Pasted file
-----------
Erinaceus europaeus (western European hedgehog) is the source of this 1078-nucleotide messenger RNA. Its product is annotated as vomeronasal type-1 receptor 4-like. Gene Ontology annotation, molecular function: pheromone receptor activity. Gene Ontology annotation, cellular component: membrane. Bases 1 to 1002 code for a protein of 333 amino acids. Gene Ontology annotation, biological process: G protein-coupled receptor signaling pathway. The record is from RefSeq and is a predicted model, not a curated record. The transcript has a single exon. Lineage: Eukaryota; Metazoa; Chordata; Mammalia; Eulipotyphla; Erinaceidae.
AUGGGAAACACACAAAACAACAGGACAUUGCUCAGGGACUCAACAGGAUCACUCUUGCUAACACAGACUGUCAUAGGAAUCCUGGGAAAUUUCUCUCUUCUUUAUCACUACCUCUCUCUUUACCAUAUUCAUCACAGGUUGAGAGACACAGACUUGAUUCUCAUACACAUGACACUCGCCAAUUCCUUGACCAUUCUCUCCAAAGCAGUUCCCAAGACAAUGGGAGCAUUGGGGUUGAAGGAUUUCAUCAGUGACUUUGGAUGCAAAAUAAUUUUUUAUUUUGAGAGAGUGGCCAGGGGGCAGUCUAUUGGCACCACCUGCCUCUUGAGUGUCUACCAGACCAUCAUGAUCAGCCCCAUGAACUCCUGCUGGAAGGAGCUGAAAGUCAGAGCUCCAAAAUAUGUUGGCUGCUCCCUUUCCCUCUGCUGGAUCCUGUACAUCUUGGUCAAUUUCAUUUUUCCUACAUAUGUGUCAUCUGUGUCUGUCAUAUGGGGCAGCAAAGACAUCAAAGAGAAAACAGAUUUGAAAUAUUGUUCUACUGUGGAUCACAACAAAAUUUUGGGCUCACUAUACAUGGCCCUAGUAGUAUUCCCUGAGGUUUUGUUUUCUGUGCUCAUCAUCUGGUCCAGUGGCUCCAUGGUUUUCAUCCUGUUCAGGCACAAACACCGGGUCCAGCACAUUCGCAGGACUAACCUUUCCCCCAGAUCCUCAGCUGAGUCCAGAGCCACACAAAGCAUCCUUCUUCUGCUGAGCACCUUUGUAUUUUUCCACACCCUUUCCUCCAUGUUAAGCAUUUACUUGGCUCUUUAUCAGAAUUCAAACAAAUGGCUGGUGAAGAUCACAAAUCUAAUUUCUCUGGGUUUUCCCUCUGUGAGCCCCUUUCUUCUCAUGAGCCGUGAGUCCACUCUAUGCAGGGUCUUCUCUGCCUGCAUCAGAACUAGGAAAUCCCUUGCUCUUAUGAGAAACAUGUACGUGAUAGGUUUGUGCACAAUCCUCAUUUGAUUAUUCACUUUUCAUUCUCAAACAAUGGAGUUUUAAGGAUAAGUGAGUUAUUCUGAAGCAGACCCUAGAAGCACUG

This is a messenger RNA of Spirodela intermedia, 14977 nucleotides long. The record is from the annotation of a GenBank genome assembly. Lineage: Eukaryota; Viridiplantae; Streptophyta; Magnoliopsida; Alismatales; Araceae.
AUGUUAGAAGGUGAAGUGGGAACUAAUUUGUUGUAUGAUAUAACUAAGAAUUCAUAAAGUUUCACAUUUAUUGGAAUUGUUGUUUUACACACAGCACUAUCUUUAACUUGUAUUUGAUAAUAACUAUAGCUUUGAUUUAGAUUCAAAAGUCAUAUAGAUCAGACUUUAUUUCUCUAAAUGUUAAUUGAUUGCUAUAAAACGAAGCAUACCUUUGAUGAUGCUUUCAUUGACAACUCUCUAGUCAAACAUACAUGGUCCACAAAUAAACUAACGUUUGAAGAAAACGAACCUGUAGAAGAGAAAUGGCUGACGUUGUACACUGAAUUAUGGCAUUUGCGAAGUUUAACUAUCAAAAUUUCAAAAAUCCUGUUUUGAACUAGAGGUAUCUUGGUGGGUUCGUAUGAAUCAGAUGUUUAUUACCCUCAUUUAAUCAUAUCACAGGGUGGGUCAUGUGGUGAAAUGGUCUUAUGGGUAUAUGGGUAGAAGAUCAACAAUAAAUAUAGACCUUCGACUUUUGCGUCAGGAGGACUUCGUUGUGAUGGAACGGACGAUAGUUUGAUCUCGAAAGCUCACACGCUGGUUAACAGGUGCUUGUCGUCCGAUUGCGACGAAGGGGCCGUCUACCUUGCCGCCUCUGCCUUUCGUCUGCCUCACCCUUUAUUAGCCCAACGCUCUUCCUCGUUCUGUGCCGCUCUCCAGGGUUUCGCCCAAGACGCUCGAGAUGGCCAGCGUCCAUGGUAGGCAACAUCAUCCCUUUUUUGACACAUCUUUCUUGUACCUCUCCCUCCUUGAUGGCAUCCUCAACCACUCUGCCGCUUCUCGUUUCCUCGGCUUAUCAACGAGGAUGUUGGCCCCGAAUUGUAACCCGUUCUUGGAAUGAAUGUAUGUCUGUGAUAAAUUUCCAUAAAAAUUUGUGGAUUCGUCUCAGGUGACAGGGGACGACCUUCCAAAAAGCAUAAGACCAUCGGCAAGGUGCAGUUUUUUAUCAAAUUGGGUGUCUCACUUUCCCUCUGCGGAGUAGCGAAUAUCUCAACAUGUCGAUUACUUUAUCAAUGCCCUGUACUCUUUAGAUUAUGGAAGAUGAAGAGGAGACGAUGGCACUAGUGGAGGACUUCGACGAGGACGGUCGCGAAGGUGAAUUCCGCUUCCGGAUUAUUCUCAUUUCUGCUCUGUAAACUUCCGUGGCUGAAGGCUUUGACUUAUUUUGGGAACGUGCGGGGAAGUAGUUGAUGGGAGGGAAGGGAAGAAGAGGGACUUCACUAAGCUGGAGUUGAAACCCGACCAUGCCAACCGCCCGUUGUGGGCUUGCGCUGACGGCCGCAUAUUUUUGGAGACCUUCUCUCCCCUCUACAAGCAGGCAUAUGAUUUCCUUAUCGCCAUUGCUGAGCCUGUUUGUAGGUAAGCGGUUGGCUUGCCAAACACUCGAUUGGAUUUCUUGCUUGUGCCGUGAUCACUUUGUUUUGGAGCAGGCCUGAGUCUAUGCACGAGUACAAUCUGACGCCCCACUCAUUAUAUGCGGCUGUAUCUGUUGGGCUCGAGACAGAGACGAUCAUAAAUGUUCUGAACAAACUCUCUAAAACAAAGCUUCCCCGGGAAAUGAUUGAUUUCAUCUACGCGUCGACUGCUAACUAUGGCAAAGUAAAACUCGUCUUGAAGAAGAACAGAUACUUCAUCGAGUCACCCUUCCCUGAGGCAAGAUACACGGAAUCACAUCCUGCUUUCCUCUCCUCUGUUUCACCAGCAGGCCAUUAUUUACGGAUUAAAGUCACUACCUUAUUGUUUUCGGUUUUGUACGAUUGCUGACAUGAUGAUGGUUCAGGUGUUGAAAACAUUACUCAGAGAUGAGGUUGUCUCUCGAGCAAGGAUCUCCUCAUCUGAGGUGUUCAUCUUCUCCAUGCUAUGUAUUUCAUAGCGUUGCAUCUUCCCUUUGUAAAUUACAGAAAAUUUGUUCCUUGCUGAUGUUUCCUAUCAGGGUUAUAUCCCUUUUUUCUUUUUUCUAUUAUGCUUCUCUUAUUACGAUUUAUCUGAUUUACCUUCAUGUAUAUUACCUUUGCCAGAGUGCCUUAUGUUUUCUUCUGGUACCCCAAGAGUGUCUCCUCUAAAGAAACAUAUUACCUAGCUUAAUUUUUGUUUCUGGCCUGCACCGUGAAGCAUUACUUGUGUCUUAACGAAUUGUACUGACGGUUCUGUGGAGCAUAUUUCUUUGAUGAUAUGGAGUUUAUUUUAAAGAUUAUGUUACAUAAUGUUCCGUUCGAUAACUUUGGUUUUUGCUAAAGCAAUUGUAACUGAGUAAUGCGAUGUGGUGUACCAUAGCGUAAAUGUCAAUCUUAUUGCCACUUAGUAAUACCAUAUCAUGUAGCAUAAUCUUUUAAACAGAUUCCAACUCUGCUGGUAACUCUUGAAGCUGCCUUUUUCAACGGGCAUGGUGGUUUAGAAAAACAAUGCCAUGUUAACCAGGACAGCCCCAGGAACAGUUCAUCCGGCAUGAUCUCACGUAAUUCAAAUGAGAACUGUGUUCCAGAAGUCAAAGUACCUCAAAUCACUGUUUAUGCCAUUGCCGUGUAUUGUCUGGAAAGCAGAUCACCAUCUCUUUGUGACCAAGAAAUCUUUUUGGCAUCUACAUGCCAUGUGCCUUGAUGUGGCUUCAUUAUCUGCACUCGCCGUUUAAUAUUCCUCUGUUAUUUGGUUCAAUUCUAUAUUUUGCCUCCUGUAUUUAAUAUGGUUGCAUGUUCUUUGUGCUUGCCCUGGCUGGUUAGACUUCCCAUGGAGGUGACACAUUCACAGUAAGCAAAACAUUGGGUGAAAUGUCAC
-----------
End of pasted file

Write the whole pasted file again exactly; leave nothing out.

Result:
Erinaceus europaeus (western European hedgehog) is the source of this 1078-nucleotide messenger RNA. Its product is annotated as vomeronasal type-1 receptor 4-like. Gene Ontology annotation, molecular function: pheromone receptor activity. Gene Ontology annotation, cellular component: membrane. Bases 1 to 1002 code for a protein of 333 amino acids. Gene Ontology annotation, biological process: G protein-coupled receptor signaling pathway. The record is from RefSeq and is a predicted model, not a curated record. The transcript has a single exon. Lineage: Eukaryota; Metazoa; Chordata; Mammalia; Eulipotyphla; Erinaceidae.
AUGGGAAACACACAAAACAACAGGACAUUGCUCAGGGACUCAACAGGAUCACUCUUGCUAACACAGACUGUCAUAGGAAUCCUGGGAAAUUUCUCUCUUCUUUAUCACUACCUCUCUCUUUACCAUAUUCAUCACAGGUUGAGAGACACAGACUUGAUUCUCAUACACAUGACACUCGCCAAUUCCUUGACCAUUCUCUCCAAAGCAGUUCCCAAGACAAUGGGAGCAUUGGGGUUGAAGGAUUUCAUCAGUGACUUUGGAUGCAAAAUAAUUUUUUAUUUUGAGAGAGUGGCCAGGGGGCAGUCUAUUGGCACCACCUGCCUCUUGAGUGUCUACCAGACCAUCAUGAUCAGCCCCAUGAACUCCUGCUGGAAGGAGCUGAAAGUCAGAGCUCCAAAAUAUGUUGGCUGCUCCCUUUCCCUCUGCUGGAUCCUGUACAUCUUGGUCAAUUUCAUUUUUCCUACAUAUGUGUCAUCUGUGUCUGUCAUAUGGGGCAGCAAAGACAUCAAAGAGAAAACAGAUUUGAAAUAUUGUUCUACUGUGGAUCACAACAAAAUUUUGGGCUCACUAUACAUGGCCCUAGUAGUAUUCCCUGAGGUUUUGUUUUCUGUGCUCAUCAUCUGGUCCAGUGGCUCCAUGGUUUUCAUCCUGUUCAGGCACAAACACCGGGUCCAGCACAUUCGCAGGACUAACCUUUCCCCCAGAUCCUCAGCUGAGUCCAGAGCCACACAAAGCAUCCUUCUUCUGCUGAGCACCUUUGUAUUUUUCCACACCCUUUCCUCCAUGUUAAGCAUUUACUUGGCUCUUUAUCAGAAUUCAAACAAAUGGCUGGUGAAGAUCACAAAUCUAAUUUCUCUGGGUUUUCCCUCUGUGAGCCCCUUUCUUCUCAUGAGCCGUGAGUCCACUCUAUGCAGGGUCUUCUCUGCCUGCAUCAGAACUAGGAAAUCCCUUGCUCUUAUGAGAAACAUGUACGUGAUAGGUUUGUGCACAAUCCUCAUUUGAUUAUUCACUUUUCAUUCUCAAACAAUGGAGUUUUAAGGAUAAGUGAGUUAUUCUGAAGCAGACCCUAGAAGCACUG

This is a messenger RNA of Spirodela intermedia, 14977 nucleotides long. The record is from the annotation of a GenBank genome assembly. Lineage: Eukaryota; Viridiplantae; Streptophyta; Magnoliopsida; Alismatales; Araceae.
AUGUUAGAAGGUGAAGUGGGAACUAAUUUGUUGUAUGAUAUAACUAAGAAUUCAUAAAGUUUCACAUUUAUUGGAAUUGUUGUUUUACACACAGCACUAUCUUUAACUUGUAUUUGAUAAUAACUAUAGCUUUGAUUUAGAUUCAAAAGUCAUAUAGAUCAGACUUUAUUUCUCUAAAUGUUAAUUGAUUGCUAUAAAACGAAGCAUACCUUUGAUGAUGCUUUCAUUGACAACUCUCUAGUCAAACAUACAUGGUCCACAAAUAAACUAACGUUUGAAGAAAACGAACCUGUAGAAGAGAAAUGGCUGACGUUGUACACUGAAUUAUGGCAUUUGCGAAGUUUAACUAUCAAAAUUUCAAAAAUCCUGUUUUGAACUAGAGGUAUCUUGGUGGGUUCGUAUGAAUCAGAUGUUUAUUACCCUCAUUUAAUCAUAUCACAGGGUGGGUCAUGUGGUGAAAUGGUCUUAUGGGUAUAUGGGUAGAAGAUCAACAAUAAAUAUAGACCUUCGACUUUUGCGUCAGGAGGACUUCGUUGUGAUGGAACGGACGAUAGUUUGAUCUCGAAAGCUCACACGCUGGUUAACAGGUGCUUGUCGUCCGAUUGCGACGAAGGGGCCGUCUACCUUGCCGCCUCUGCCUUUCGUCUGCCUCACCCUUUAUUAGCCCAACGCUCUUCCUCGUUCUGUGCCGCUCUCCAGGGUUUCGCCCAAGACGCUCGAGAUGGCCAGCGUCCAUGGUAGGCAACAUCAUCCCUUUUUUGACACAUCUUUCUUGUACCUCUCCCUCCUUGAUGGCAUCCUCAACCACUCUGCCGCUUCUCGUUUCCUCGGCUUAUCAACGAGGAUGUUGGCCCCGAAUUGUAACCCGUUCUUGGAAUGAAUGUAUGUCUGUGAUAAAUUUCCAUAAAAAUUUGUGGAUUCGUCUCAGGUGACAGGGGACGACCUUCCAAAAAGCAUAAGACCAUCGGCAAGGUGCAGUUUUUUAUCAAAUUGGGUGUCUCACUUUCCCUCUGCGGAGUAGCGAAUAUCUCAACAUGUCGAUUACUUUAUCAAUGCCCUGUACUCUUUAGAUUAUGGAAGAUGAAGAGGAGACGAUGGCACUAGUGGAGGACUUCGACGAGGACGGUCGCGAAGGUGAAUUCCGCUUCCGGAUUAUUCUCAUUUCUGCUCUGUAAACUUCCGUGGCUGAAGGCUUUGACUUAUUUUGGGAACGUGCGGGGAAGUAGUUGAUGGGAGGGAAGGGAAGAAGAGGGACUUCACUAAGCUGGAGUUGAAACCCGACCAUGCCAACCGCCCGUUGUGGGCUUGCGCUGACGGCCGCAUAUUUUUGGAGACCUUCUCUCCCCUCUACAAGCAGGCAUAUGAUUUCCUUAUCGCCAUUGCUGAGCCUGUUUGUAGGUAAGCGGUUGGCUUGCCAAACACUCGAUUGGAUUUCUUGCUUGUGCCGUGAUCACUUUGUUUUGGAGCAGGCCUGAGUCUAUGCACGAGUACAAUCUGACGCCCCACUCAUUAUAUGCGGCUGUAUCUGUUGGGCUCGAGACAGAGACGAUCAUAAAUGUUCUGAACAAACUCUCUAAAACAAAGCUUCCCCGGGAAAUGAUUGAUUUCAUCUACGCGUCGACUGCUAACUAUGGCAAAGUAAAACUCGUCUUGAAGAAGAACAGAUACUUCAUCGAGUCACCCUUCCCUGAGGCAAGAUACACGGAAUCACAUCCUGCUUUCCUCUCCUCUGUUUCACCAGCAGGCCAUUAUUUACGGAUUAAAGUCACUACCUUAUUGUUUUCGGUUUUGUACGAUUGCUGACAUGAUGAUGGUUCAGGUGUUGAAAACAUUACUCAGAGAUGAGGUUGUCUCUCGAGCAAGGAUCUCCUCAUCUGAGGUGUUCAUCUUCUCCAUGCUAUGUAUUUCAUAGCGUUGCAUCUUCCCUUUGUAAAUUACAGAAAAUUUGUUCCUUGCUGAUGUUUCCUAUCAGGGUUAUAUCCCUUUUUUCUUUUUUCUAUUAUGCUUCUCUUAUUACGAUUUAUCUGAUUUACCUUCAUGUAUAUUACCUUUGCCAGAGUGCCUUAUGUUUUCUUCUGGUACCCCAAGAGUGUCUCCUCUAAAGAAACAUAUUACCUAGCUUAAUUUUUGUUUCUGGCCUGCACCGUGAAGCAUUACUUGUGUCUUAACGAAUUGUACUGACGGUUCUGUGGAGCAUAUUUCUUUGAUGAUAUGGAGUUUAUUUUAAAGAUUAUGUUACAUAAUGUUCCGUUCGAUAACUUUGGUUUUUGCUAAAGCAAUUGUAACUGAGUAAUGCGAUGUGGUGUACCAUAGCGUAAAUGUCAAUCUUAUUGCCACUUAGUAAUACCAUAUCAUGUAGCAUAAUCUUUUAAACAGAUUCCAACUCUGCUGGUAACUCUUGAAGCUGCCUUUUUCAACGGGCAUGGUGGUUUAGAAAAACAAUGCCAUGUUAACCAGGACAGCCCCAGGAACAGUUCAUCCGGCAUGAUCUCACGUAAUUCAAAUGAGAACUGUGUUCCAGAAGUCAAAGUACCUCAAAUCACUGUUUAUGCCAUUGCCGUGUAUUGUCUGGAAAGCAGAUCACCAUCUCUUUGUGACCAAGAAAUCUUUUUGGCAUCUACAUGCCAUGUGCCUUGAUGUGGCUUCAUUAUCUGCACUCGCCGUUUAAUAUUCCUCUGUUAUUUGGUUCAAUUCUAUAUUUUGCCUCCUGUAUUUAAUAUGGUUGCAUGUUCUUUGUGCUUGCCCUGGCUGGUUAGACUUCCCAUGGAGGUGACACAUUCACAGUAAGCAAAACAUUGGGUGAAAUGUCAC